Day by Day
Arrive into Tortola, the capital and largest or the islands, with beautiful white sand beaches and tall rugged mountains. Your first day is busy meeting your fellow shipmates, settling aboard and preparing for diving. Enjoy the pool and beautiful Caribbean atmosphere.
After a sailing lesson and getting to know your Leopard sailing catamaran, hoist your mainsail and point across the wind to Norman Island for snorkeling in the Pirate Caves (which were the inspiration for the novel Treasure Island). Check-out dives get you comfortable with your skills if it's been a while since you last blew bubbles underwater, or learn to dive in the calm and protected waters of Benures Bay and discover how easy and comfortable SCUBA diving is. You are settling into life aboard and having a blast.
Now it is up-anchor and away for a lesson of upwind sailing inside the Sir Francis Drake Channel as we zig'n'zag around islands to Virgin Gorda. The protected Pond Bay offers an afternoon for water-sports opportunities and some of the best sunsets in the Caribbean.
You soon master your basic SCUBA skills and begin working on topics such as underwater navigation and wreck diving. Dive training, water sports like knee boarding and water skiing make up this day.
We hike to the rocky intertidal for biology investigations and assist in a community service effort to clean up the shoreline from plastic debris. On the way back we fulfill many life-long goals in an action-packed extravaganza of a salt pond mud fight. A short sail to Mountain Point and we start developing our fish and creature identification skills with our resident marine biologist. Multimedia presentations and underwater communications units aid us in our knowledge quest of SCUBA and biology.
Up early to visit one of the most stunning sites in the BVI's, The Baths. Gigantic granite boulders and half submerged rocks line the southern seashore, creating grottos, tunnels, and arches - a wonderful place to swim, jump of rocks, and explore. Sandy beaches are lined with coconut palms, adding to the dramatic effect. Lunch is at Spanish Town, the second largest town (after Road Town), on the British Virgin Islands. Also known as The Valley, Spanish Town offers numerous shopping possibilities. Spanish Town was originally settled by Cornish miners, and ruins of the chimney, boiler house, cistern, and mine shafts can be seen. It served as capital of the territory until 1714, when the government moved their offices to Road Town. When our bellies are full we 'go to the Dogs' for some afternoon diving.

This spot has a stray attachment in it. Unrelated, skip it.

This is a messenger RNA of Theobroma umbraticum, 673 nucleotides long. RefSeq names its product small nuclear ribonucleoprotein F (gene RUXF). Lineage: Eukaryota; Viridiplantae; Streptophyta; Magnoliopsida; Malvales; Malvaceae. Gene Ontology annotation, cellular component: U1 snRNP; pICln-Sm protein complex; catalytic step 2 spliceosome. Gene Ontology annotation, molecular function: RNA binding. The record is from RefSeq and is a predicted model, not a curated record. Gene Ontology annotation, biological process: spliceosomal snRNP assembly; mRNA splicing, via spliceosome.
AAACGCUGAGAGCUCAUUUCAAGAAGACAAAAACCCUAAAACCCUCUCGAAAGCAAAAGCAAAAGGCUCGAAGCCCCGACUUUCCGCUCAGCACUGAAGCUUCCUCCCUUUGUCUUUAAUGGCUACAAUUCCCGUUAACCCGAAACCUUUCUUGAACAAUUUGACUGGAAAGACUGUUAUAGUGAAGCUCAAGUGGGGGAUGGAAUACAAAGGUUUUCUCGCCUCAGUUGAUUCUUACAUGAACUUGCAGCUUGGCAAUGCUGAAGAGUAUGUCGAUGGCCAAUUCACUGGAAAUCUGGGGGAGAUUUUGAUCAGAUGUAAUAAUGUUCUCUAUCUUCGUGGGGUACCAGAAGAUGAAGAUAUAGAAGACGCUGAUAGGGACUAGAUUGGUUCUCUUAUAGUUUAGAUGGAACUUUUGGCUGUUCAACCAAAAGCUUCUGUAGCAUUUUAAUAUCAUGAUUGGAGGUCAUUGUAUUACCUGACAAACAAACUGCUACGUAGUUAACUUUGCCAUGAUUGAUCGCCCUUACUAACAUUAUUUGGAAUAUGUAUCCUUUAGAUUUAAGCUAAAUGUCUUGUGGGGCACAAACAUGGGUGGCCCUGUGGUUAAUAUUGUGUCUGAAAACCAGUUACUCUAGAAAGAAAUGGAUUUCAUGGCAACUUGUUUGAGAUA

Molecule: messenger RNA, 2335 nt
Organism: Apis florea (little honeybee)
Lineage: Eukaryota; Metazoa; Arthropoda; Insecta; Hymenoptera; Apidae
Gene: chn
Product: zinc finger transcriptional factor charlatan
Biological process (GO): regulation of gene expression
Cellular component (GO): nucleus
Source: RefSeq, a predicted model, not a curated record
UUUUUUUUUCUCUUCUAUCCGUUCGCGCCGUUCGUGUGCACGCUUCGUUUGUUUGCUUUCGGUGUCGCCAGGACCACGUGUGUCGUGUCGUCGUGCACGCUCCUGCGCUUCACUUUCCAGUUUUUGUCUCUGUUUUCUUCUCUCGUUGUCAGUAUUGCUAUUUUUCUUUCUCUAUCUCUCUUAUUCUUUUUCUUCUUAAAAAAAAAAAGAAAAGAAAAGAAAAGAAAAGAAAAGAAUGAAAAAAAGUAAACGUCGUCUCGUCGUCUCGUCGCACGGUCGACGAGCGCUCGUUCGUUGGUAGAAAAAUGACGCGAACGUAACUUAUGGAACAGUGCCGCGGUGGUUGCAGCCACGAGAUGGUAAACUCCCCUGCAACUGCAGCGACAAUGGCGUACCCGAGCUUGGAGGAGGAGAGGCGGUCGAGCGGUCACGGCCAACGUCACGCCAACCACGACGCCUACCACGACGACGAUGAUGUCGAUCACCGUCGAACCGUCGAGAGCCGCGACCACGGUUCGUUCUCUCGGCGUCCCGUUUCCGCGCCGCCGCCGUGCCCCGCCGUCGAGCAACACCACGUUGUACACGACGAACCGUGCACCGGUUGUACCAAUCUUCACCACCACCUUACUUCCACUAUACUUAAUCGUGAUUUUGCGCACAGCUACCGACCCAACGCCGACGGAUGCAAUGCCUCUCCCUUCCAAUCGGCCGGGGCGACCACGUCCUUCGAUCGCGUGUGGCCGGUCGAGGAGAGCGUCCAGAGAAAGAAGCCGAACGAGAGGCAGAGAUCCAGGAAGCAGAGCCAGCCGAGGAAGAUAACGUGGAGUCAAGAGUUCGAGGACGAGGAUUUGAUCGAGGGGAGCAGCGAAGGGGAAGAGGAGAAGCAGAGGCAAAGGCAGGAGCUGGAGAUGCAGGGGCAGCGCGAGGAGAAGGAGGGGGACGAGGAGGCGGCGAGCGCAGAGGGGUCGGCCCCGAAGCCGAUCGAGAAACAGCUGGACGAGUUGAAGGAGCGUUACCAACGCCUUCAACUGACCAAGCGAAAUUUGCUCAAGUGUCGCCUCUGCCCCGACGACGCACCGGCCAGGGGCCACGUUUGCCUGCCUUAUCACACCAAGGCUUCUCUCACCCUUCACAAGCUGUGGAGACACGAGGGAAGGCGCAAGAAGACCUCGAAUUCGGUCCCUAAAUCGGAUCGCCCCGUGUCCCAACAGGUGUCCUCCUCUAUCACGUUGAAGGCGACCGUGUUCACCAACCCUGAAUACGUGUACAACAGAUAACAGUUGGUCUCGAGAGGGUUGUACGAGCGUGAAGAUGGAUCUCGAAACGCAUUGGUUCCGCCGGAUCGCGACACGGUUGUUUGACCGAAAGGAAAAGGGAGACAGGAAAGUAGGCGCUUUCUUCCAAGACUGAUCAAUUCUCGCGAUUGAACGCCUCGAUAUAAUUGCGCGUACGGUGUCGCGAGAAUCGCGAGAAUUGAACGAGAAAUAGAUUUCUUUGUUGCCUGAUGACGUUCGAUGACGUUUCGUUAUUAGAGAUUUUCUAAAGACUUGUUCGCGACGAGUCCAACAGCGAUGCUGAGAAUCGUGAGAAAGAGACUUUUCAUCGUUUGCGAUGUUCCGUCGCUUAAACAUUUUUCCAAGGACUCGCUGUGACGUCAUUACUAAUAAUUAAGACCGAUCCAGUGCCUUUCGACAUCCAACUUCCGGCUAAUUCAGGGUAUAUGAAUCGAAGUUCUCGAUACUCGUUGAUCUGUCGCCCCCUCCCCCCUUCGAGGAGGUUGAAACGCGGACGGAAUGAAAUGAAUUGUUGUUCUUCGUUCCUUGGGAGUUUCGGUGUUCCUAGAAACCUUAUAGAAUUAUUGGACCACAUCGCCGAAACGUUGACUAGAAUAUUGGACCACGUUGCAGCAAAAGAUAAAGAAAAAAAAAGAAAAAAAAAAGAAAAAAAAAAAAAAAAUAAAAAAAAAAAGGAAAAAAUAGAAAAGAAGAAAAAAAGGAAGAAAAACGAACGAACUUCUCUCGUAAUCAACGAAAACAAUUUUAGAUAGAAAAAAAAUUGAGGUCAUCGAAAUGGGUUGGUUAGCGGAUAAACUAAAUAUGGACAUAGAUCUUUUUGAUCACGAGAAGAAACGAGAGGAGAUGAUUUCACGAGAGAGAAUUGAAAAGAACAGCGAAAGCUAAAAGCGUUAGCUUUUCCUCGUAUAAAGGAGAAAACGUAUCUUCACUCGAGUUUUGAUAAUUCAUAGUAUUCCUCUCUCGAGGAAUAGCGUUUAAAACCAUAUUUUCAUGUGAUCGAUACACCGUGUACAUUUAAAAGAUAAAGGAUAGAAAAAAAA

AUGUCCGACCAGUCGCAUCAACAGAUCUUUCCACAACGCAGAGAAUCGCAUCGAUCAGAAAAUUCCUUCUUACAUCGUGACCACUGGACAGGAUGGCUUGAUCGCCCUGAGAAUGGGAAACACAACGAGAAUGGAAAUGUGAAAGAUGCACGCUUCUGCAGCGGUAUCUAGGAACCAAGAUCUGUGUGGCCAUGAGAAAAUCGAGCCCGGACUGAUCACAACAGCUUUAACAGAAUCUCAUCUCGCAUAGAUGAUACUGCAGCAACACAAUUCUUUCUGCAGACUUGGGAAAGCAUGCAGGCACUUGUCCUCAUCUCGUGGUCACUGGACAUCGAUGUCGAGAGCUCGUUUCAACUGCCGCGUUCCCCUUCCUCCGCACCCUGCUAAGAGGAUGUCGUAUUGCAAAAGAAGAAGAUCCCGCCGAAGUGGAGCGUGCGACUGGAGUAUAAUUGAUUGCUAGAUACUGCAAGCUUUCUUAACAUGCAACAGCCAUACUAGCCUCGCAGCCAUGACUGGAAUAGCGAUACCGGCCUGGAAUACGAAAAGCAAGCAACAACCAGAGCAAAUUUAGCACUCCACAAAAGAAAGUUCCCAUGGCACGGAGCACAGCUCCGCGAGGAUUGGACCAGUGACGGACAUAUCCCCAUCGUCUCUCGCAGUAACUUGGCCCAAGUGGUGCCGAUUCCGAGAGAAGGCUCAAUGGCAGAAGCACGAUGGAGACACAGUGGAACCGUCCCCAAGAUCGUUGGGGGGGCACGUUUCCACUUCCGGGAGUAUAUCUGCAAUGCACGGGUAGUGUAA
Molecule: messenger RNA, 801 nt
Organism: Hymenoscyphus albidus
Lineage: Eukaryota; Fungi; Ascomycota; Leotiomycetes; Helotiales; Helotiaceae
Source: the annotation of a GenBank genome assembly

Day of the Dogs. We start with a morning dive at "The Chimney" - Great Dog. It is a great place to fine tune those natural navigation skills. Project Ocean Survey, Bronco Billies, the Flintstones or Joes Cave follow. When we get our days allotment of nitrogen, it's time for a nice slow downwind sail to Marina Cay. A small island republic (Cuervo Nation) with tropical gardens and its own culture and a unique history. Famous for Robb White's Two on the Isle, a true-life love story mixed with Robinson Crusoe. Everyone visits the unique gift shop before heading to the beach restaurant for desserts. The "View-Master menu" is a throwback to our childhood and so is the tasty key lime pie.
Mangroves and Guana Island is great for water skiing, wake boarding, and kayaking in its perfectly calm waters. Underneath the surface we explore Grand Central Station cavern where nurse sharks are commonly seen (they don't bite). Hiking ashore brings us to a vista overlooking the Atlantic with expansive views. At sunset, be sure to sit with your friends at the front of your boat to watch for the green flash. Night dive in a rocky outcropping filled with a carnival of fishes and invertebrates.
All of the sail training get put to use on our exciting tack'o'rama sail to Cooper Island. Introduction to diving the wonderful shipwrecks in what we call Shipwreck Ally. This quad pack wreck site consists of the Marie L, a cargo boat intentionally sunk in the early 1990s, and the Pat, a tugboat sunk a few years later that now lies up against the Marie L, the Beata (sunk in 2001) a large upright Tug and the Island Seal (sunk in 2009) a turtled barge. The Marie L. is a 75-foot long cargo boat, which was owned by a local family; she sits in 85 feet of water. The boats are sitting upright and are actually resting on one another with a narrow gap between them, which divers can swim through. The Island Seal lies upside down in the sand, allowing exploration of her hull and propellers, and divers can also swim through underneath the wreck. This site is also known for the life on its sandy bottom - conch run through this area (you can see their tracks), colonies of Garden Eels dance in the sand around the wrecks while southern stingrays doze, their eyes just visible beneath their sandy mantles.